Existing Fab Methods Could Yield ‘Light Prison’
ENSCHEDE, Netherlands, Sept. 26, 2014 — A “prison for light” designed by Dutch theorists could be created using existing silicon-etching techniques and play a role in optical communications.
The inverse woodpile photonic crystal has an atomic structure similar to diamond and incorporates arrays of perpendicular pores. One pore in each set has a smaller diameter, forming a point-defect at their intersection where light is confined.
The photonic bandgap crystal has a diamond-like structure, made of two sets of mutually perpendicular pores drilled in silicon. To realize a resonant cavity, one pore in each set (indicated by black arrows) has a smaller diameter. At the intersection of these two pores, a point-defect appears capable of confining light appears. Courtesy of MESA+.
The crystal would have a record-wide photonic bandgap, according to its designers at the MESA+ Institute for Nanotechnology at the University of Twente. Up to five isolated and dispersionless bands appear within the bandgap, with wavelength ranges compatible with telecommunication windows in the near-infrared.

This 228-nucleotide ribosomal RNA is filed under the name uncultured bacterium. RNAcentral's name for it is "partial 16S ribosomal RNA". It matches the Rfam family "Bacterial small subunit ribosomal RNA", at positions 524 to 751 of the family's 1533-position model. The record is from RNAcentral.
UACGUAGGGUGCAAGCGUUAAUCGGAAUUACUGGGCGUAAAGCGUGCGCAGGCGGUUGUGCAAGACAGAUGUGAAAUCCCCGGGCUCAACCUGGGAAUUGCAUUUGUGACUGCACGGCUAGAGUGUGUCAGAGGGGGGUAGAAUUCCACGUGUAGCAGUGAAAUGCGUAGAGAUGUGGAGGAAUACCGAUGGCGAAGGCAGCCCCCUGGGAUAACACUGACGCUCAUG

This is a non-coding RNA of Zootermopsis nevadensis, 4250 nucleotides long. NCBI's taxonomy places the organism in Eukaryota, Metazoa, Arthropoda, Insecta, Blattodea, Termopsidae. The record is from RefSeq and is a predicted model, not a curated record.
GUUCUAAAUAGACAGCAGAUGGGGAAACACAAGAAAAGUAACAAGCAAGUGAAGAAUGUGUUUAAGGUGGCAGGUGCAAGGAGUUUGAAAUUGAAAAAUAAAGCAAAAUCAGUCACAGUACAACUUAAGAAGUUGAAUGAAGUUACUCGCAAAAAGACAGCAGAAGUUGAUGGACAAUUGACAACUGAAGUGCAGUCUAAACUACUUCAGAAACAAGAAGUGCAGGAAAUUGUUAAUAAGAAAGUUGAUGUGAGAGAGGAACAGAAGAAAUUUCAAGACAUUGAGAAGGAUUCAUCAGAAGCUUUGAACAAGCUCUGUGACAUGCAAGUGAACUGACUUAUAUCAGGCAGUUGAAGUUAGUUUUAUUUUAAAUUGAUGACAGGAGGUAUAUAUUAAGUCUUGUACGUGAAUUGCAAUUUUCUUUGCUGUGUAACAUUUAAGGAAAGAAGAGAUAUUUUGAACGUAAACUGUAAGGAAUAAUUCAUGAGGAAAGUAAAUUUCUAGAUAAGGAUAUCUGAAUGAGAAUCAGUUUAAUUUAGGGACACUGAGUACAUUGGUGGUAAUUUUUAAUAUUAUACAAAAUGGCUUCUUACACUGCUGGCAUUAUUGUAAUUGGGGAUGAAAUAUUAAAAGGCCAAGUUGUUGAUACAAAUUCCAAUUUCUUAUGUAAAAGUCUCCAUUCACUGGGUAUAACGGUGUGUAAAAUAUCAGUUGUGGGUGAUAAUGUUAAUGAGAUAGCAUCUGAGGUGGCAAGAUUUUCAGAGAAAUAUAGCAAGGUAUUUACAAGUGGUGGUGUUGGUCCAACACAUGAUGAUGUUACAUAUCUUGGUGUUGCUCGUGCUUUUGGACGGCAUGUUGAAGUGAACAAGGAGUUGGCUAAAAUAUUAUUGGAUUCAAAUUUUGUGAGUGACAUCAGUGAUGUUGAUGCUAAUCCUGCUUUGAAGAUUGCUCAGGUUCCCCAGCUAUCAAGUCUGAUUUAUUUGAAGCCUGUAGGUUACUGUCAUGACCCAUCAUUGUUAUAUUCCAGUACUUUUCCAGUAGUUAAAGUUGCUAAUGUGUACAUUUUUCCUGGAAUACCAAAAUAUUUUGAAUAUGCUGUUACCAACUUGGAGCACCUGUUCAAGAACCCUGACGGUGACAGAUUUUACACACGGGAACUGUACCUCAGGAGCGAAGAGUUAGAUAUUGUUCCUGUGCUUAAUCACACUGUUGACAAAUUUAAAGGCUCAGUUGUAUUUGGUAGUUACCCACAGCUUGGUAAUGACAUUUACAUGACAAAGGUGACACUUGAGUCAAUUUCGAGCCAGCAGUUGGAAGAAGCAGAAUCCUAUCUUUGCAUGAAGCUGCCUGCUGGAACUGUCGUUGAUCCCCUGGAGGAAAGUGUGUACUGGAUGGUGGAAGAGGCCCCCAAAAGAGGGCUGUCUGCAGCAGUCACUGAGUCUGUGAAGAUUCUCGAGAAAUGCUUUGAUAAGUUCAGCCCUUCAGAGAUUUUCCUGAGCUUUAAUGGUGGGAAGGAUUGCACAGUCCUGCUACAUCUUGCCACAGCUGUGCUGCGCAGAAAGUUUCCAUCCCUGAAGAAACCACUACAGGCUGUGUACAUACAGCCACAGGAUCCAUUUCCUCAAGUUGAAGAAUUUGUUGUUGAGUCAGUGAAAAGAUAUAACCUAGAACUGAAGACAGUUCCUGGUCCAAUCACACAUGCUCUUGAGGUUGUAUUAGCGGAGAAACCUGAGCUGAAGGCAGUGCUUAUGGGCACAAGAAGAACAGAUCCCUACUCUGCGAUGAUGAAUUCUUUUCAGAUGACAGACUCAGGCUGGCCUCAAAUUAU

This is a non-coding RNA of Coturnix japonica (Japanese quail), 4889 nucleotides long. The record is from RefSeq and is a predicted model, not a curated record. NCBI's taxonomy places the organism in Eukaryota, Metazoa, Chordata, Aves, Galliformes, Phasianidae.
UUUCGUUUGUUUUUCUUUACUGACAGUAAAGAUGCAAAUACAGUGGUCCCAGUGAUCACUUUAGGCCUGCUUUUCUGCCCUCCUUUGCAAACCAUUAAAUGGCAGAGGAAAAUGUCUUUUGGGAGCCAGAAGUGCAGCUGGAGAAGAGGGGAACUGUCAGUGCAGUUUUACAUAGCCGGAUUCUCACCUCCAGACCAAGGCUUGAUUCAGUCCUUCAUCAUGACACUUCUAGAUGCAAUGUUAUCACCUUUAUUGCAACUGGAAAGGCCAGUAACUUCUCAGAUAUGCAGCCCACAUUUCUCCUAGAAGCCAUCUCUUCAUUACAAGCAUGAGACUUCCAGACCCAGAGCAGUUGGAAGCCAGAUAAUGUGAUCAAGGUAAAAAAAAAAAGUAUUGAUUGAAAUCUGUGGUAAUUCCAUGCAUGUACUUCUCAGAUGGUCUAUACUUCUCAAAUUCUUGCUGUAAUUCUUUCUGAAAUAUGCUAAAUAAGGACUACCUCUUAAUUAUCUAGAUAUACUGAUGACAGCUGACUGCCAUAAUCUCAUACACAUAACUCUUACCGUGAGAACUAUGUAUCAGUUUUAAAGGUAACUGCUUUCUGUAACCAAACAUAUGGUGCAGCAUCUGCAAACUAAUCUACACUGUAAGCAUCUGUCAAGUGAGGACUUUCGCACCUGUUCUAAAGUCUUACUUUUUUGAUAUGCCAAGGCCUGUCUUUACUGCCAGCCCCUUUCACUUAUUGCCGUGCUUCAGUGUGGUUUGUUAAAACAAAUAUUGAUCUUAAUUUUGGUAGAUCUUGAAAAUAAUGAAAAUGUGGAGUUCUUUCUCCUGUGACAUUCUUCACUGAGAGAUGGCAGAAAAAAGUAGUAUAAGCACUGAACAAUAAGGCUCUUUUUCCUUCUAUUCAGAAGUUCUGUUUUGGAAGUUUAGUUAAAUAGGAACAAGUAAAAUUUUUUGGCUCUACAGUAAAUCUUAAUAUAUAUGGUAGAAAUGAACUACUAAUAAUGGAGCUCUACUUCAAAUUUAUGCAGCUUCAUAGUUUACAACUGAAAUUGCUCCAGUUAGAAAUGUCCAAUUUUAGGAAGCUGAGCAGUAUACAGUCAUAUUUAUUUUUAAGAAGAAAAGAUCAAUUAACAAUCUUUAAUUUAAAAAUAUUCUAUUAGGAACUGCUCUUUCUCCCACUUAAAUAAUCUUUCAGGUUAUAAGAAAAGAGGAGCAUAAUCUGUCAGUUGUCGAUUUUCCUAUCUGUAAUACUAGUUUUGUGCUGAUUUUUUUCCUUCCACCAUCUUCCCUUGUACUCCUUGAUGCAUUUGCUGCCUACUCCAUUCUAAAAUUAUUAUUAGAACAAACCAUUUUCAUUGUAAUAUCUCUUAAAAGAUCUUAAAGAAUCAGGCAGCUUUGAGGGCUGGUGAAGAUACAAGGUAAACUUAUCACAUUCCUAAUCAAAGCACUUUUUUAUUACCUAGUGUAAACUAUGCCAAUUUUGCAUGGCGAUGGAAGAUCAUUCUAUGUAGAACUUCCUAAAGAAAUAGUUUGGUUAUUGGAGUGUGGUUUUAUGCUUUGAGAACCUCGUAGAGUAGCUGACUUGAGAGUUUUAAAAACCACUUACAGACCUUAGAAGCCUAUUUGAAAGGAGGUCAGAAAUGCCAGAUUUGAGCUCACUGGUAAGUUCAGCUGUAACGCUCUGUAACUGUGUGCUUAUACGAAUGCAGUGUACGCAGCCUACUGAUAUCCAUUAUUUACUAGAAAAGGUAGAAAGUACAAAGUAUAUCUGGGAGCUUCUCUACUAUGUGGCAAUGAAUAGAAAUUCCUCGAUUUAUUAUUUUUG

The mode volume of the cavity resonance is as small as 0.8 λ3, indicating a strong confinement of the light, the researchers said.
Confining photons has many applications in optics, such as efficient miniature lasers and LEDs, as well as on-chip data storage and biosensors.
Previously, the team showed that diamond-like photonic bandgap crystals can be etched in silicon, with techniques commonly used in CMOS fabrication. The new cavity design could be applied during the routine fabrication of photonic crystals, they said, opening the possibility of integrating ultrafast photon manipulation with existing electronic information manipulation.
The work was published in Physical Review B (doi: 10.1103/PhysRevB.90.115140).
For more information, visit www.utwente.nl.
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